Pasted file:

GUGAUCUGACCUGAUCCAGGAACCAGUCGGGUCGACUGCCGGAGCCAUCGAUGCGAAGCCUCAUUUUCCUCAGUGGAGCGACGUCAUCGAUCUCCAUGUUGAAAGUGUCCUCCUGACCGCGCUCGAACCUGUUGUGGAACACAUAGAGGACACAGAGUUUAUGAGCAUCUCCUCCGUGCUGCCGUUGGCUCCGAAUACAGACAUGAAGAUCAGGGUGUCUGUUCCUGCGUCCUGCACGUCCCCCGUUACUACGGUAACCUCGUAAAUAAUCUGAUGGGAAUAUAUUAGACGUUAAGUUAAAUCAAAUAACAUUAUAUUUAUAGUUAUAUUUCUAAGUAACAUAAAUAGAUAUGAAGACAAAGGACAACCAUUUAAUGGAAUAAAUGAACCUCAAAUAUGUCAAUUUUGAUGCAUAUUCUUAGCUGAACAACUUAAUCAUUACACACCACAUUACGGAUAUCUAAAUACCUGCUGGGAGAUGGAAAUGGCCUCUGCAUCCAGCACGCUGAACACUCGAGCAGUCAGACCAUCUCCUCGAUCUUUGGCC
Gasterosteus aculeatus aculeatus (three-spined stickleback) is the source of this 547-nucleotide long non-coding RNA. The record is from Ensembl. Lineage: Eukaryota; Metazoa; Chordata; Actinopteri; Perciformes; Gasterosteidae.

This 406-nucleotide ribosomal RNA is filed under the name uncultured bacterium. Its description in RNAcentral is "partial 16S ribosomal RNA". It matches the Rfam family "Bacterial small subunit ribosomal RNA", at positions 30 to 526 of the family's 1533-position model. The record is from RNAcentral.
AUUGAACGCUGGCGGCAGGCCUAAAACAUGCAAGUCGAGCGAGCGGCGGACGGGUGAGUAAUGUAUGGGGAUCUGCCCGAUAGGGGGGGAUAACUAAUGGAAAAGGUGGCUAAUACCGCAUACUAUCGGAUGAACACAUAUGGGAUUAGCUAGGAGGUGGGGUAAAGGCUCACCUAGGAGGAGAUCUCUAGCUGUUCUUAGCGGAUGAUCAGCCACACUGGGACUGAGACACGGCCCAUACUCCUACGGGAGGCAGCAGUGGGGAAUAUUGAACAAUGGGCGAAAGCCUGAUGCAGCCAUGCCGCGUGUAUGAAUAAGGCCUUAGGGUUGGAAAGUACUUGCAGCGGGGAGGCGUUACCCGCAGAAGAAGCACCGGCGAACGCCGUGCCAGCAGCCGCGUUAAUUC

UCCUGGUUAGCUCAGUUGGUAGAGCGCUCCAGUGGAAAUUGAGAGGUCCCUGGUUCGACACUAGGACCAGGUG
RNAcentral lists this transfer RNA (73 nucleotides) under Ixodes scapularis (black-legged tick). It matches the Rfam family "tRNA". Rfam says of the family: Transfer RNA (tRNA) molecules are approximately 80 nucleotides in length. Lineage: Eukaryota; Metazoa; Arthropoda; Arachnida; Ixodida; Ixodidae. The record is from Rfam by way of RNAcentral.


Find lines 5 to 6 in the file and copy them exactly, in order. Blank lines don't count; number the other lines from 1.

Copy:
UCCUGGUUAGCUCAGUUGGUAGAGCGCUCCAGUGGAAAUUGAGAGGUCCCUGGUUCGACACUAGGACCAGGUG
RNAcentral lists this transfer RNA (73 nucleotides) under Ixodes scapularis (black-legged tick). It matches the Rfam family "tRNA". Rfam says of the family: Transfer RNA (tRNA) molecules are approximately 80 nucleotides in length. Lineage: Eukaryota; Metazoa; Arthropoda; Arachnida; Ixodida; Ixodidae. The record is from Rfam by way of RNAcentral.